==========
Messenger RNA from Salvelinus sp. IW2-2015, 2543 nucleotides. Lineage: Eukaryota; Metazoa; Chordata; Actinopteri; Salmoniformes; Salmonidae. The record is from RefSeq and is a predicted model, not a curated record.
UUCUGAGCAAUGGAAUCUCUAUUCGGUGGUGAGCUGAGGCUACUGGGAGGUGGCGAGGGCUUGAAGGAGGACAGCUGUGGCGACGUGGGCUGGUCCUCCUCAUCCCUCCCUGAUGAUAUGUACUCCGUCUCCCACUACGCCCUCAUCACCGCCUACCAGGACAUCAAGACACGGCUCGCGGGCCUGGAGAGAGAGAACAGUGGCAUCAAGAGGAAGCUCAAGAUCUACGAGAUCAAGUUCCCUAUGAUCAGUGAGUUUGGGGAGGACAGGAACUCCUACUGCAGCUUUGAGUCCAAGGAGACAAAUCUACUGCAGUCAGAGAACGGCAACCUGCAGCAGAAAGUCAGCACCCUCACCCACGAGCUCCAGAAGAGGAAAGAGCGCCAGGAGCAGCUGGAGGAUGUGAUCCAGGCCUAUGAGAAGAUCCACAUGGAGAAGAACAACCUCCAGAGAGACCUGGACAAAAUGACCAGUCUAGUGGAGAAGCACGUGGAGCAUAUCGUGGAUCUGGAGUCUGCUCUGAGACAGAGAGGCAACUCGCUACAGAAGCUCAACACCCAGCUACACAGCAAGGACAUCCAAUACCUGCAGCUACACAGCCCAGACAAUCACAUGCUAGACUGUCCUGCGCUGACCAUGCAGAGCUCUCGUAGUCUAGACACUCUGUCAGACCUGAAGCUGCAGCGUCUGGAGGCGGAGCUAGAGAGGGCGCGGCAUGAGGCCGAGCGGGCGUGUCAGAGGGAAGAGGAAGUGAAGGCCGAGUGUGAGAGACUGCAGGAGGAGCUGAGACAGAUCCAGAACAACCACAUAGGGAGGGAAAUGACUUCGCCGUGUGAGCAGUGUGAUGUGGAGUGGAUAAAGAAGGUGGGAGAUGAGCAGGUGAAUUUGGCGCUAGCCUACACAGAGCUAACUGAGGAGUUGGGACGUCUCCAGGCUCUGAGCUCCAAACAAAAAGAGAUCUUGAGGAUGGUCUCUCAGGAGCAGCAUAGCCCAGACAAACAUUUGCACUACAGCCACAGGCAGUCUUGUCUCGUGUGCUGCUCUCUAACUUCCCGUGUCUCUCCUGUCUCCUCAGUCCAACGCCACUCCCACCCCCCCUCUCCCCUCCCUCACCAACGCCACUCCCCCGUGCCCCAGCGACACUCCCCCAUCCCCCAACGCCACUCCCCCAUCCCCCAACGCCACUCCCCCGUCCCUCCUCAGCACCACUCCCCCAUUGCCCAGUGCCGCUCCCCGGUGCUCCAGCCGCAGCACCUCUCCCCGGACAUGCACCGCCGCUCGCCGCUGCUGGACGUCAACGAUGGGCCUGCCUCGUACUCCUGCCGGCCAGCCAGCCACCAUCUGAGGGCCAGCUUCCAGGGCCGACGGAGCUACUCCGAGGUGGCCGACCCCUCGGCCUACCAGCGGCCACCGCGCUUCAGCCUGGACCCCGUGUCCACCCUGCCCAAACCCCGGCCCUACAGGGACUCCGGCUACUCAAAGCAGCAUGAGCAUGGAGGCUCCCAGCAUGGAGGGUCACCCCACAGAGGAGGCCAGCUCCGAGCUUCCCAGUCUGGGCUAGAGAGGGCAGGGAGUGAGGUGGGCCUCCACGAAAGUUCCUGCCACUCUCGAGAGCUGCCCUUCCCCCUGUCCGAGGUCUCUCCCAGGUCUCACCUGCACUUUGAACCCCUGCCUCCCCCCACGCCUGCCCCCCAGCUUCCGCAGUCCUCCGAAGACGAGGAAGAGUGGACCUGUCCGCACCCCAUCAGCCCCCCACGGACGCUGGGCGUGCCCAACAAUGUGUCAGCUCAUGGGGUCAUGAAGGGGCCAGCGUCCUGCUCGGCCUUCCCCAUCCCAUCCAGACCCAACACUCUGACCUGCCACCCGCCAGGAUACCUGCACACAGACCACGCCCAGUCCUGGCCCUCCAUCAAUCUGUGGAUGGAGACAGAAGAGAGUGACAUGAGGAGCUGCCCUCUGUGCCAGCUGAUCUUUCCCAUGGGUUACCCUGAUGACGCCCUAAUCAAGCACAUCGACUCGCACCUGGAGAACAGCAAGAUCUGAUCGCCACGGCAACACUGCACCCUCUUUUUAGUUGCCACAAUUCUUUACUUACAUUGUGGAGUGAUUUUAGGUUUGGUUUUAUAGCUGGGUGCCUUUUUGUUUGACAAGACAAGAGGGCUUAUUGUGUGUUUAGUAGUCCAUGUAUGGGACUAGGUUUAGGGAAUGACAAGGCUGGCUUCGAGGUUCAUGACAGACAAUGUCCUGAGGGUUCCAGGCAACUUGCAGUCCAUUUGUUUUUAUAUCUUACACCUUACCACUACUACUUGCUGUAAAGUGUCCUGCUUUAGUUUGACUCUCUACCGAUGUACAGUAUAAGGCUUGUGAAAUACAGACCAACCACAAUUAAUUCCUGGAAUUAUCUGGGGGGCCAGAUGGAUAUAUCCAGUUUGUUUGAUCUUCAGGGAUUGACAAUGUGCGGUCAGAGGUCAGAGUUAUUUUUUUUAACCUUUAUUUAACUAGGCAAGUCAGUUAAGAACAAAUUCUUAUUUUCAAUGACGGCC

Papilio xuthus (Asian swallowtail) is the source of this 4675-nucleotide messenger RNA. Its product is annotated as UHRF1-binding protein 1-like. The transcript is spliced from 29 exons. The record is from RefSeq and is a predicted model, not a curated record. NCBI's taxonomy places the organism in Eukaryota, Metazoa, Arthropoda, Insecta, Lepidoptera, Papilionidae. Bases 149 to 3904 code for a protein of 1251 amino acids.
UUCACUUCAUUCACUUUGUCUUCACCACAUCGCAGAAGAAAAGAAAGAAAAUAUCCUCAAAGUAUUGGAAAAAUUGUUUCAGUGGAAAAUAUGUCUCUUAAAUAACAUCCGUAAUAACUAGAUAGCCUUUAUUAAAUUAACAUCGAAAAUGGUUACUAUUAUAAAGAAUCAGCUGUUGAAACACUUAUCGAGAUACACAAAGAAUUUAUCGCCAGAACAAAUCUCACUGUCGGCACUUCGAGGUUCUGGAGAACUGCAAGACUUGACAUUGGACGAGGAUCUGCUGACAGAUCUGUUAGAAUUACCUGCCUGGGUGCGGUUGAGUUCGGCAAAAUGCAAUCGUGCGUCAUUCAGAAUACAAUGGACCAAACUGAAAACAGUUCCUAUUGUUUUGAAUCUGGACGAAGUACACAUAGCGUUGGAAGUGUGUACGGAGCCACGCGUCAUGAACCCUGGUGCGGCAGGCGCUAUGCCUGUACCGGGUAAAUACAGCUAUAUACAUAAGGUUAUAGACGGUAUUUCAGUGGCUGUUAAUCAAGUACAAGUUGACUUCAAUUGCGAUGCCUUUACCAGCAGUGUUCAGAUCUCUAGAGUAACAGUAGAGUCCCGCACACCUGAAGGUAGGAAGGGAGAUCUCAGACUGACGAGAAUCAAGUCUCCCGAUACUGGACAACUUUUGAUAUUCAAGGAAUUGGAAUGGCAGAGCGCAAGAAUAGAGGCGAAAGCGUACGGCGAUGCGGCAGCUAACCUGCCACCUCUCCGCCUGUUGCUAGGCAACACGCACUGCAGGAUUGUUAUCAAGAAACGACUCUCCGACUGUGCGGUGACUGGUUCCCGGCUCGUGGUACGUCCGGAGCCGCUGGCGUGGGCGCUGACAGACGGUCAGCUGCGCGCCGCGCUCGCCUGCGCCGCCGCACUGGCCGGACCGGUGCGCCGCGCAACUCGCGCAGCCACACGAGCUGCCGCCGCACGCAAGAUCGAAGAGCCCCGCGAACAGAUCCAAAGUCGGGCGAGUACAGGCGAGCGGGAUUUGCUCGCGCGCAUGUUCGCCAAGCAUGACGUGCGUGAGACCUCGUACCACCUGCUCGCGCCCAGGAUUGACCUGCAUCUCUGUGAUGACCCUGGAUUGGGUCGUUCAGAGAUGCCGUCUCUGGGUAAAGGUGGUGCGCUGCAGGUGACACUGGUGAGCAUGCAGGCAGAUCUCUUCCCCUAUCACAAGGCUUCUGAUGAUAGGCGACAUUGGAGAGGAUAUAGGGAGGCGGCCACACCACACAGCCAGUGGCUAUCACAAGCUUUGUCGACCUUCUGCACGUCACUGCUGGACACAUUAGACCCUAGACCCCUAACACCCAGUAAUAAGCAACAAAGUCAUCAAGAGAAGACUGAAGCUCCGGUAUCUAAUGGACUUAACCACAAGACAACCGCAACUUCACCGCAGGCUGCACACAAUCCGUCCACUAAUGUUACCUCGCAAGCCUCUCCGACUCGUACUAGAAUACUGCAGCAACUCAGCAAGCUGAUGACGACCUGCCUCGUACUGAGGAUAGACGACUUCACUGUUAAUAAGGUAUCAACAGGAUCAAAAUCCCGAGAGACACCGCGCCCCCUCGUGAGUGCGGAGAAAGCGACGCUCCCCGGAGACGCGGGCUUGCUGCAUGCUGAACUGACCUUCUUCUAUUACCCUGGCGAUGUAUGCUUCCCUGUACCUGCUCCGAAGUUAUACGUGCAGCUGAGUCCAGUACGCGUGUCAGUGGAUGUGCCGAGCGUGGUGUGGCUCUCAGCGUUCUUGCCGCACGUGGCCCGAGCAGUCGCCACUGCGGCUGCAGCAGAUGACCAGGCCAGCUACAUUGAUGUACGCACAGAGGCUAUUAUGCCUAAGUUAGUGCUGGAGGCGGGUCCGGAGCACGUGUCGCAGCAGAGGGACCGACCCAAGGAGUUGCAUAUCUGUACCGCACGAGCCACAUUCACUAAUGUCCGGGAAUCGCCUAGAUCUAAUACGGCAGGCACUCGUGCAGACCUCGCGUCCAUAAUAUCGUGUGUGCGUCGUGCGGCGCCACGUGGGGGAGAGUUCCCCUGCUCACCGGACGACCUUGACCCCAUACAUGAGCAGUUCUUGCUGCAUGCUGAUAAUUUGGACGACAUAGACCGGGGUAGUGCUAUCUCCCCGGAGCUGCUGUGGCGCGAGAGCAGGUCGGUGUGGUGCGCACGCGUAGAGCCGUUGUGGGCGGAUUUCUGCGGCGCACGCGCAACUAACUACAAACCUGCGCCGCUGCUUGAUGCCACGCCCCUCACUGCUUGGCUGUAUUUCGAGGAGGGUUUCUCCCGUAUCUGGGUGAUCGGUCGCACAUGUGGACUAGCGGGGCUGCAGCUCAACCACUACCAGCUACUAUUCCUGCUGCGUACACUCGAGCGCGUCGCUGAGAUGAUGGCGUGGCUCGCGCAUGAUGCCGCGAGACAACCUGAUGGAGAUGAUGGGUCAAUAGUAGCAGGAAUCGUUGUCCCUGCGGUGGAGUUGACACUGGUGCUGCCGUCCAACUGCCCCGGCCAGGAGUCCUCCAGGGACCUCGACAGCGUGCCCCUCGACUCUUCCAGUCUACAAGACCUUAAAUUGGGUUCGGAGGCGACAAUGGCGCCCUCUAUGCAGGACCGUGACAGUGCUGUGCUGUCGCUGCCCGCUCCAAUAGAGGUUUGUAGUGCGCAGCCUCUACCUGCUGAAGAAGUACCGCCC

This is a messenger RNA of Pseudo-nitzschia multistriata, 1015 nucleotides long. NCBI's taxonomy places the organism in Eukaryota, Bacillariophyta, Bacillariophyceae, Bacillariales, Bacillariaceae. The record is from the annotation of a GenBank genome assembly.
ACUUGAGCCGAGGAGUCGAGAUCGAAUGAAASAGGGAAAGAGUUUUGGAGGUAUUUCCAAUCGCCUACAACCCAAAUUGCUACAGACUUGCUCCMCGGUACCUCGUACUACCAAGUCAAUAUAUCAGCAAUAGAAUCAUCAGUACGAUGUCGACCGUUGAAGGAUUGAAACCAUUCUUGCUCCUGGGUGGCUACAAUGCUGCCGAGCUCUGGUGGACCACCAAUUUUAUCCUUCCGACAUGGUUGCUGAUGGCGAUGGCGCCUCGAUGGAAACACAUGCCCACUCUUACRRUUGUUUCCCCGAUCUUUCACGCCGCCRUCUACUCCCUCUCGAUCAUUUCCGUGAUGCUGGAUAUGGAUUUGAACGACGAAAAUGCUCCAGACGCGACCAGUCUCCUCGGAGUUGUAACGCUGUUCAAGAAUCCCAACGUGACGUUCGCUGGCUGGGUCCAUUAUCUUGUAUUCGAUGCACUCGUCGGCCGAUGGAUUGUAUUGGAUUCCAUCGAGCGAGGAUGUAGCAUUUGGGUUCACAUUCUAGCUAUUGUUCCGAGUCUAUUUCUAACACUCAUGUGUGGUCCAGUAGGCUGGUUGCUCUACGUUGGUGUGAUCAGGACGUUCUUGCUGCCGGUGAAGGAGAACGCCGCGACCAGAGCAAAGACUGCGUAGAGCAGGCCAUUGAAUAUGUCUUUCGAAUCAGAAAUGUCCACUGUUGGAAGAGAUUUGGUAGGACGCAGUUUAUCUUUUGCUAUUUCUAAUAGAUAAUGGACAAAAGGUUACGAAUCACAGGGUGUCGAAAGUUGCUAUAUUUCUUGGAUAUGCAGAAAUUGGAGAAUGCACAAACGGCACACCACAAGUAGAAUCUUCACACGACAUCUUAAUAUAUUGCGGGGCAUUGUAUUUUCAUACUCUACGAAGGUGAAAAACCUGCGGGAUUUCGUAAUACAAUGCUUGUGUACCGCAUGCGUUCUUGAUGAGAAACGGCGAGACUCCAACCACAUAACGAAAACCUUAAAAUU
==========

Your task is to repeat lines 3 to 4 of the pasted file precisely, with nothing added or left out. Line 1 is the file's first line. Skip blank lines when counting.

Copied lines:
Papilio xuthus (Asian swallowtail) is the source of this 4675-nucleotide messenger RNA. Its product is annotated as UHRF1-binding protein 1-like. The transcript is spliced from 29 exons. The record is from RefSeq and is a predicted model, not a curated record. NCBI's taxonomy places the organism in Eukaryota, Metazoa, Arthropoda, Insecta, Lepidoptera, Papilionidae. Bases 149 to 3904 code for a protein of 1251 amino acids.
UUCACUUCAUUCACUUUGUCUUCACCACAUCGCAGAAGAAAAGAAAGAAAAUAUCCUCAAAGUAUUGGAAAAAUUGUUUCAGUGGAAAAUAUGUCUCUUAAAUAACAUCCGUAAUAACUAGAUAGCCUUUAUUAAAUUAACAUCGAAAAUGGUUACUAUUAUAAAGAAUCAGCUGUUGAAACACUUAUCGAGAUACACAAAGAAUUUAUCGCCAGAACAAAUCUCACUGUCGGCACUUCGAGGUUCUGGAGAACUGCAAGACUUGACAUUGGACGAGGAUCUGCUGACAGAUCUGUUAGAAUUACCUGCCUGGGUGCGGUUGAGUUCGGCAAAAUGCAAUCGUGCGUCAUUCAGAAUACAAUGGACCAAACUGAAAACAGUUCCUAUUGUUUUGAAUCUGGACGAAGUACACAUAGCGUUGGAAGUGUGUACGGAGCCACGCGUCAUGAACCCUGGUGCGGCAGGCGCUAUGCCUGUACCGGGUAAAUACAGCUAUAUACAUAAGGUUAUAGACGGUAUUUCAGUGGCUGUUAAUCAAGUACAAGUUGACUUCAAUUGCGAUGCCUUUACCAGCAGUGUUCAGAUCUCUAGAGUAACAGUAGAGUCCCGCACACCUGAAGGUAGGAAGGGAGAUCUCAGACUGACGAGAAUCAAGUCUCCCGAUACUGGACAACUUUUGAUAUUCAAGGAAUUGGAAUGGCAGAGCGCAAGAAUAGAGGCGAAAGCGUACGGCGAUGCGGCAGCUAACCUGCCACCUCUCCGCCUGUUGCUAGGCAACACGCACUGCAGGAUUGUUAUCAAGAAACGACUCUCCGACUGUGCGGUGACUGGUUCCCGGCUCGUGGUACGUCCGGAGCCGCUGGCGUGGGCGCUGACAGACGGUCAGCUGCGCGCCGCGCUCGCCUGCGCCGCCGCACUGGCCGGACCGGUGCGCCGCGCAACUCGCGCAGCCACACGAGCUGCCGCCGCACGCAAGAUCGAAGAGCCCCGCGAACAGAUCCAAAGUCGGGCGAGUACAGGCGAGCGGGAUUUGCUCGCGCGCAUGUUCGCCAAGCAUGACGUGCGUGAGACCUCGUACCACCUGCUCGCGCCCAGGAUUGACCUGCAUCUCUGUGAUGACCCUGGAUUGGGUCGUUCAGAGAUGCCGUCUCUGGGUAAAGGUGGUGCGCUGCAGGUGACACUGGUGAGCAUGCAGGCAGAUCUCUUCCCCUAUCACAAGGCUUCUGAUGAUAGGCGACAUUGGAGAGGAUAUAGGGAGGCGGCCACACCACACAGCCAGUGGCUAUCACAAGCUUUGUCGACCUUCUGCACGUCACUGCUGGACACAUUAGACCCUAGACCCCUAACACCCAGUAAUAAGCAACAAAGUCAUCAAGAGAAGACUGAAGCUCCGGUAUCUAAUGGACUUAACCACAAGACAACCGCAACUUCACCGCAGGCUGCACACAAUCCGUCCACUAAUGUUACCUCGCAAGCCUCUCCGACUCGUACUAGAAUACUGCAGCAACUCAGCAAGCUGAUGACGACCUGCCUCGUACUGAGGAUAGACGACUUCACUGUUAAUAAGGUAUCAACAGGAUCAAAAUCCCGAGAGACACCGCGCCCCCUCGUGAGUGCGGAGAAAGCGACGCUCCCCGGAGACGCGGGCUUGCUGCAUGCUGAACUGACCUUCUUCUAUUACCCUGGCGAUGUAUGCUUCCCUGUACCUGCUCCGAAGUUAUACGUGCAGCUGAGUCCAGUACGCGUGUCAGUGGAUGUGCCGAGCGUGGUGUGGCUCUCAGCGUUCUUGCCGCACGUGGCCCGAGCAGUCGCCACUGCGGCUGCAGCAGAUGACCAGGCCAGCUACAUUGAUGUACGCACAGAGGCUAUUAUGCCUAAGUUAGUGCUGGAGGCGGGUCCGGAGCACGUGUCGCAGCAGAGGGACCGACCCAAGGAGUUGCAUAUCUGUACCGCACGAGCCACAUUCACUAAUGUCCGGGAAUCGCCUAGAUCUAAUACGGCAGGCACUCGUGCAGACCUCGCGUCCAUAAUAUCGUGUGUGCGUCGUGCGGCGCCACGUGGGGGAGAGUUCCCCUGCUCACCGGACGACCUUGACCCCAUACAUGAGCAGUUCUUGCUGCAUGCUGAUAAUUUGGACGACAUAGACCGGGGUAGUGCUAUCUCCCCGGAGCUGCUGUGGCGCGAGAGCAGGUCGGUGUGGUGCGCACGCGUAGAGCCGUUGUGGGCGGAUUUCUGCGGCGCACGCGCAACUAACUACAAACCUGCGCCGCUGCUUGAUGCCACGCCCCUCACUGCUUGGCUGUAUUUCGAGGAGGGUUUCUCCCGUAUCUGGGUGAUCGGUCGCACAUGUGGACUAGCGGGGCUGCAGCUCAACCACUACCAGCUACUAUUCCUGCUGCGUACACUCGAGCGCGUCGCUGAGAUGAUGGCGUGGCUCGCGCAUGAUGCCGCGAGACAACCUGAUGGAGAUGAUGGGUCAAUAGUAGCAGGAAUCGUUGUCCCUGCGGUGGAGUUGACACUGGUGCUGCCGUCCAACUGCCCCGGCCAGGAGUCCUCCAGGGACCUCGACAGCGUGCCCCUCGACUCUUCCAGUCUACAAGACCUUAAAUUGGGUUCGGAGGCGACAAUGGCGCCCUCUAUGCAGGACCGUGACAGUGCUGUGCUGUCGCUGCCCGCUCCAAUAGAGGUUUGUAGUGCGCAGCCUCUACCUGCUGAAGAAGUACCGCCC